A quick chat with owner Nick Jensen
How long have you been building frames?
In 2007 I attended a class in Niles, Michigan, run by Doug Fattic. In the class I learned to silver braze a classic lugged touring frame and fork. I took that bike on a number of tours, including a roll around Iceland in 2008. Now my brother-in-law uses it for commuting and day rides. It’s great to see the bike still doing its job.
What’s your favorite type of frame to build?
My interest in framebuilding started with making touring bikes. They’re practical and versatile. They can also be complicated. You have to account for fenders, wide tires, racks, dynamo lighting, and you really want to get the fit just right. Tourists and randonneurs spend long days in the saddle, and they rely on their bikes to get them to their destination without any trouble. I love the challenge of incorporating these ideas into a complete bicycle. It’s really rewarding.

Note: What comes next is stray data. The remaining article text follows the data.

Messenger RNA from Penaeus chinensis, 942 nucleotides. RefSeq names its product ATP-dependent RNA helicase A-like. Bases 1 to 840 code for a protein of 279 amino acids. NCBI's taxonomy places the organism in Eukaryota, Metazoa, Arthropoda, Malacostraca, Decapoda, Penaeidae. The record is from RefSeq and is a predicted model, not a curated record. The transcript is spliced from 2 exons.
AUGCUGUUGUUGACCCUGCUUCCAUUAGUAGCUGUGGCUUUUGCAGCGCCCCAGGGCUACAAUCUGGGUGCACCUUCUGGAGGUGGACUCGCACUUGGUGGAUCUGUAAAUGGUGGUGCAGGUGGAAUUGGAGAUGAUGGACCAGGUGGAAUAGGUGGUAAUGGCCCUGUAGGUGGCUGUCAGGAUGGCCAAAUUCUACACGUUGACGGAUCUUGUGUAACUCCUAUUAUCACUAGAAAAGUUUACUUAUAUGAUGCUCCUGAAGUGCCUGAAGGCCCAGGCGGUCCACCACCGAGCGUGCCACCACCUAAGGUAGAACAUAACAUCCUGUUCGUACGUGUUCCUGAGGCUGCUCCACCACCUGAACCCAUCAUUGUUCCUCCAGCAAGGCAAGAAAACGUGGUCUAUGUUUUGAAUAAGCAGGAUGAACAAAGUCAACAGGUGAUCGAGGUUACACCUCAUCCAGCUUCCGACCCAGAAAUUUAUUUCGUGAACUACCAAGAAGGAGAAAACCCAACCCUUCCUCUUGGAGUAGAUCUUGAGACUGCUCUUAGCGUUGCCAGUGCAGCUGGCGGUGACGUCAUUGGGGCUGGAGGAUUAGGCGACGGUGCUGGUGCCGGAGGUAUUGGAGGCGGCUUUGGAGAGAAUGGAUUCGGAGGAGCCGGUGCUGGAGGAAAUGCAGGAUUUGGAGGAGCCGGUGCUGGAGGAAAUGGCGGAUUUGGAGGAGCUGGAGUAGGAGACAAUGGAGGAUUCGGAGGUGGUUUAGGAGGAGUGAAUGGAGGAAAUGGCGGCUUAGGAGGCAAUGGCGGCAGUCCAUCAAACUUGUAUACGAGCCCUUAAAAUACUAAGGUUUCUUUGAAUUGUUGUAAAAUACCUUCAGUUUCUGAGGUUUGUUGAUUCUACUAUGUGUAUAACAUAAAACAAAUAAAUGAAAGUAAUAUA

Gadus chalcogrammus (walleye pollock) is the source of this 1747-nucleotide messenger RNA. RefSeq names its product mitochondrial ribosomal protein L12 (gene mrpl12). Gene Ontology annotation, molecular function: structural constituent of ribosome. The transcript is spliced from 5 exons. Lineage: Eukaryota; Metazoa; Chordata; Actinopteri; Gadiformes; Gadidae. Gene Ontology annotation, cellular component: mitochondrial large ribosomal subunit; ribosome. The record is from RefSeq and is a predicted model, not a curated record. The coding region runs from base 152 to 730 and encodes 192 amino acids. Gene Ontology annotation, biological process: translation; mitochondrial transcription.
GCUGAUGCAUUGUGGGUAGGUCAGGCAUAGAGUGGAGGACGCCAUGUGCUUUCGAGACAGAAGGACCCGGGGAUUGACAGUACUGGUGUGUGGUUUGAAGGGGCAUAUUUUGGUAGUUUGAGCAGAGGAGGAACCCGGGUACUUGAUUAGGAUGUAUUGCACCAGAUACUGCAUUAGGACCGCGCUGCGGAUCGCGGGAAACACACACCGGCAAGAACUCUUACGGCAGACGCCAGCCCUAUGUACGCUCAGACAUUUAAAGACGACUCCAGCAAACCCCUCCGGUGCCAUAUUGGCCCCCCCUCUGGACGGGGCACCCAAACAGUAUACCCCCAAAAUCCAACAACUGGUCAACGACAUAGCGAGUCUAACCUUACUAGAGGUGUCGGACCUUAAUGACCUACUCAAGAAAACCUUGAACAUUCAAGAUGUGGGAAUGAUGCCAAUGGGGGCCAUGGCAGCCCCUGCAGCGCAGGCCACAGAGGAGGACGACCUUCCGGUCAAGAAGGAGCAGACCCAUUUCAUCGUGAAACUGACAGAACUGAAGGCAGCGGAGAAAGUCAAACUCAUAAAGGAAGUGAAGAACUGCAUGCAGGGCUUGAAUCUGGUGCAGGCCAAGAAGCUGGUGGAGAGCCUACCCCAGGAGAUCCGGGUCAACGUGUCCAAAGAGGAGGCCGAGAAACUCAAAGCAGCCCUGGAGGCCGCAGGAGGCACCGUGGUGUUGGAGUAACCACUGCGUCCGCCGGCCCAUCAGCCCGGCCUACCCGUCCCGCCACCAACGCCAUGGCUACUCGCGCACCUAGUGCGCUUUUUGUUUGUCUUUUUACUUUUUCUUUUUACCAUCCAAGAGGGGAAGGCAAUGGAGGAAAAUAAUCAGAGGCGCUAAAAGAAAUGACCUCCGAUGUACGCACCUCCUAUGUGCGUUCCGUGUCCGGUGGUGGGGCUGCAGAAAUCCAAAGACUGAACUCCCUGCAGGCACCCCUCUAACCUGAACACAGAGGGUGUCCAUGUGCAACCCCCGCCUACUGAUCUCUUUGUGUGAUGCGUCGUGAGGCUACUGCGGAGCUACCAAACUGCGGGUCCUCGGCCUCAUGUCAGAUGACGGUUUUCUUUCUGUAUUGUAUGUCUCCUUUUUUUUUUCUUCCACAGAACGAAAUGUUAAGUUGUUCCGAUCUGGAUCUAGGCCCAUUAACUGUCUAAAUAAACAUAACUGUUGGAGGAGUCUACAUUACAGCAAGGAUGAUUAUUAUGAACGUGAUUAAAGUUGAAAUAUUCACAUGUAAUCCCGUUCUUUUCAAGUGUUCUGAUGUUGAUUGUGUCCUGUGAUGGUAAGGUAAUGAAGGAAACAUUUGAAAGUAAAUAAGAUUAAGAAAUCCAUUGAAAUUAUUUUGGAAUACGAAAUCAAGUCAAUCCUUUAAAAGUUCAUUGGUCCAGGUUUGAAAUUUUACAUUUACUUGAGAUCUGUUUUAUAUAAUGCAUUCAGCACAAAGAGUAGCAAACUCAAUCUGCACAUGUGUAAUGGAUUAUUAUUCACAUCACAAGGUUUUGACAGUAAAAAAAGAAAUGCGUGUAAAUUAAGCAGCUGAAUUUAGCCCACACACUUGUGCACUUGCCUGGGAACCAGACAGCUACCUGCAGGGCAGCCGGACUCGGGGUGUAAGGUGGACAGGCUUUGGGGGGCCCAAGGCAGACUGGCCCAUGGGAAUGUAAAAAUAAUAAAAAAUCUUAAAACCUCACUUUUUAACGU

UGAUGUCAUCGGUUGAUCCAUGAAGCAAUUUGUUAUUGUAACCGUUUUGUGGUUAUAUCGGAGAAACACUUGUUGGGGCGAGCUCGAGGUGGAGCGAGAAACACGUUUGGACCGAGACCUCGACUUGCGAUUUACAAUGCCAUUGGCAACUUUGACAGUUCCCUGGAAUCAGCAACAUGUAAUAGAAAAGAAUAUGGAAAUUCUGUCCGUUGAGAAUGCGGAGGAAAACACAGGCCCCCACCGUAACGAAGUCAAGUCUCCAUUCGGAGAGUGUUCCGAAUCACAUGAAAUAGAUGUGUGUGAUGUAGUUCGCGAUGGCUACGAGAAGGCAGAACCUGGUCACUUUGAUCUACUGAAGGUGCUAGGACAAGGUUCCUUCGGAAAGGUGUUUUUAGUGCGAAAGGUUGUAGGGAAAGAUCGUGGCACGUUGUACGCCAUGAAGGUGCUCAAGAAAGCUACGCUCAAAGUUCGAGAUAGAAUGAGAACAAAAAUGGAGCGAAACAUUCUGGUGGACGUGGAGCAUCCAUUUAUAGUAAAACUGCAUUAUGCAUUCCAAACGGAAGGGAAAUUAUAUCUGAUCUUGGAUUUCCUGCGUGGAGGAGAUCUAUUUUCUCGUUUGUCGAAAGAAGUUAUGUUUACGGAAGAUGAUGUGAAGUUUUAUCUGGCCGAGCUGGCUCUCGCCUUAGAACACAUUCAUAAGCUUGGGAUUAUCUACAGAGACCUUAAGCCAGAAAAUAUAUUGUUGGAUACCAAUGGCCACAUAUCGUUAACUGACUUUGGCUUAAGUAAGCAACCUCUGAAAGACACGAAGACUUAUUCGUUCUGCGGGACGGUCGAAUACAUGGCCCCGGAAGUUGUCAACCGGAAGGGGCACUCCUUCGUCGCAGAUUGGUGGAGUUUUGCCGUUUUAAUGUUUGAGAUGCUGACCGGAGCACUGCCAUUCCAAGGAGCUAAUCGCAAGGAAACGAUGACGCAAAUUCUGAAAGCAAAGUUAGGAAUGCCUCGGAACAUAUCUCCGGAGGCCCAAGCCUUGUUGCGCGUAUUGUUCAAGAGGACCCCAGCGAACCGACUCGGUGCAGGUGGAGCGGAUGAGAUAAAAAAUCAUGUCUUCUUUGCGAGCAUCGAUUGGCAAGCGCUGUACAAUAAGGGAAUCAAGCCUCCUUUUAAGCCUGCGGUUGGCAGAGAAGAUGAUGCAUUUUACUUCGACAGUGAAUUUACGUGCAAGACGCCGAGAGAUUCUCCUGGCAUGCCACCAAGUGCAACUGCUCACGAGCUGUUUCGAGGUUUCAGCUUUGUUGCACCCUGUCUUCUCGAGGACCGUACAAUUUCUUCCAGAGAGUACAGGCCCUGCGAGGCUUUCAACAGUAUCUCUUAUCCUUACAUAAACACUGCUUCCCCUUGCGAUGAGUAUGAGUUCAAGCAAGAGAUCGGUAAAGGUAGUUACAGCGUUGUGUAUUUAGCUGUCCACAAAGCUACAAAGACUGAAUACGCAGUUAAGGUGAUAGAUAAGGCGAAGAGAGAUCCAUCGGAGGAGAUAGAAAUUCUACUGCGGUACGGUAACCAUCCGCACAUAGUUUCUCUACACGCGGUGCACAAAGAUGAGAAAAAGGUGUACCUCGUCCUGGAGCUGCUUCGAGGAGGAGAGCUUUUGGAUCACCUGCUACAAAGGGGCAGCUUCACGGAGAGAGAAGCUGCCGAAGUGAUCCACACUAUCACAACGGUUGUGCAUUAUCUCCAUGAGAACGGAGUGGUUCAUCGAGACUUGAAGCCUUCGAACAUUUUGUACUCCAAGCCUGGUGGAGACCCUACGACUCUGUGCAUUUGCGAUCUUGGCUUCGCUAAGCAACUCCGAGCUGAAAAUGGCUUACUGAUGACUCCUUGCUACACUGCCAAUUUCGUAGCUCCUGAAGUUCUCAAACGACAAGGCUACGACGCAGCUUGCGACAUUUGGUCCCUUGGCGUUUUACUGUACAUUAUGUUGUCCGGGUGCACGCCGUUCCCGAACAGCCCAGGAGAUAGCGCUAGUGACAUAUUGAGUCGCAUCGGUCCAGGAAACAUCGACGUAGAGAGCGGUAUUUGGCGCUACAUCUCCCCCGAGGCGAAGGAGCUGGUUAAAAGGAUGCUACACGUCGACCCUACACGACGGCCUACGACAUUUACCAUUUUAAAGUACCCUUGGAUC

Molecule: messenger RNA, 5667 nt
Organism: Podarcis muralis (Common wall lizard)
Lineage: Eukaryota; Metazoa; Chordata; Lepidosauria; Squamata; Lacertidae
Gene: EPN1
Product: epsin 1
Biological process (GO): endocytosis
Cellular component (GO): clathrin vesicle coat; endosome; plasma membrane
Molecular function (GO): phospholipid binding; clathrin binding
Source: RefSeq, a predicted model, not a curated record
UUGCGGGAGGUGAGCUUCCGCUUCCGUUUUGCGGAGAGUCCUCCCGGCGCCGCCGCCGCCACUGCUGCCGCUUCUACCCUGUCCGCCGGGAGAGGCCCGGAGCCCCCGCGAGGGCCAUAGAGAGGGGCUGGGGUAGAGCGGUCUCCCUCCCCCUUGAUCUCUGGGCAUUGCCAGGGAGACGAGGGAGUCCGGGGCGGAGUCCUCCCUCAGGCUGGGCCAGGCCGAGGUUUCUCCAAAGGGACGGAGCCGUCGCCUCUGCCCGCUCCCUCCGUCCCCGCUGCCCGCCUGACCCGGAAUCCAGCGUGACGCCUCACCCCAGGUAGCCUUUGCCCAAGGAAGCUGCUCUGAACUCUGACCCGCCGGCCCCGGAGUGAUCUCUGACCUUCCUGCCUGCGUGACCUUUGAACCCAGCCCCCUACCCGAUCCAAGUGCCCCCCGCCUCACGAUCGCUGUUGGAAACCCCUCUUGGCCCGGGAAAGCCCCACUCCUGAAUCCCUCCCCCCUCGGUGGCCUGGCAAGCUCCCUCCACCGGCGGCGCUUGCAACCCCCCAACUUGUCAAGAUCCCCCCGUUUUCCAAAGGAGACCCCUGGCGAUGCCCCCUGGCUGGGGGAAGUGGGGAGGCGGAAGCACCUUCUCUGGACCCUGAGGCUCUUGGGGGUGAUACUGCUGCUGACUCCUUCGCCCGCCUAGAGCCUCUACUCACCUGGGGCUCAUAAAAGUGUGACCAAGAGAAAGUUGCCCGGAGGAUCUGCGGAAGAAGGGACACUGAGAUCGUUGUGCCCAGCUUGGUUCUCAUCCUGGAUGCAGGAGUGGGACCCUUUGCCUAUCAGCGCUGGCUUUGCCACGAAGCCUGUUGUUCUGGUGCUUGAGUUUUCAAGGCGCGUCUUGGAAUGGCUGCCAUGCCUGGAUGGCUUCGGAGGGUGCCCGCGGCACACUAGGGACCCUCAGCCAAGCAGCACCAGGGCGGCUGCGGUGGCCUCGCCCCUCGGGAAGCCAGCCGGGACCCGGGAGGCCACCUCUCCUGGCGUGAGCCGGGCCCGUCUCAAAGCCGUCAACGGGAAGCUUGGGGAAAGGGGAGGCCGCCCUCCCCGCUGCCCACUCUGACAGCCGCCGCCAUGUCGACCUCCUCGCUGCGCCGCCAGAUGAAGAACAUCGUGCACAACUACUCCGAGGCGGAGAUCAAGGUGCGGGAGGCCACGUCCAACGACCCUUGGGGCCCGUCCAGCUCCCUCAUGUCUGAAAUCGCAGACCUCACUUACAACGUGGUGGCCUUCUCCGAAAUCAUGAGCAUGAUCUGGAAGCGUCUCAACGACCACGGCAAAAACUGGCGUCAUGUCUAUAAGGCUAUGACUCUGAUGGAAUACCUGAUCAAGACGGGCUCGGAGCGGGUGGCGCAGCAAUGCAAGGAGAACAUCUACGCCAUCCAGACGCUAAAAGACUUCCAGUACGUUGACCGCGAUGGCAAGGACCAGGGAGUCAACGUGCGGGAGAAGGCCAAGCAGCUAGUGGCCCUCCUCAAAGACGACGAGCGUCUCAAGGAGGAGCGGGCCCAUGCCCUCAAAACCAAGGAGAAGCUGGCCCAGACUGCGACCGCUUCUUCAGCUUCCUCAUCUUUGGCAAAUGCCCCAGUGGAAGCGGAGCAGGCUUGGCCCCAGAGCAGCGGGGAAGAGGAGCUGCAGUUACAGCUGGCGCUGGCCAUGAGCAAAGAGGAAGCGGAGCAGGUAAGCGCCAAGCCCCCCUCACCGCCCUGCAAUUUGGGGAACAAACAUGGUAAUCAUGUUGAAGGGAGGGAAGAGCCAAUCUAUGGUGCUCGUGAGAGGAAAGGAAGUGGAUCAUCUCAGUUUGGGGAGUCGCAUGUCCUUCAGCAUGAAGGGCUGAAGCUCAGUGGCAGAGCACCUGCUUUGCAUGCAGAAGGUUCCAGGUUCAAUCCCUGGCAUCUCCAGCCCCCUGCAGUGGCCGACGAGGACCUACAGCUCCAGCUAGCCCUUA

But these days I spend most of my riding time off road. Mountain bike geometry and components have evolved so much in the past few years. As someone who loves to geek out on frame geometry, there’s no better playground right now than the mountain bike. The hardtail I’m building these days is really a blast to ride. It’s fun to jump. It’s playful. And it handles rocky and loose terrain really well.
So I guess it’s safe to say that I don’t have a favorite. I’m currently building all-road and hardtail frames because those are the kinds of bikes I ride most often.
Why call your company Manzanita?
Manzanita is the common name for the plant Arctostaphylos. It grows all over the western United States. To me the Manzanita is a symbol of the West. It thrives in harsh conditions but it also has a certain grace to it. It’s rugged and beautiful. I think those are two good adjectives to describe the best bikes.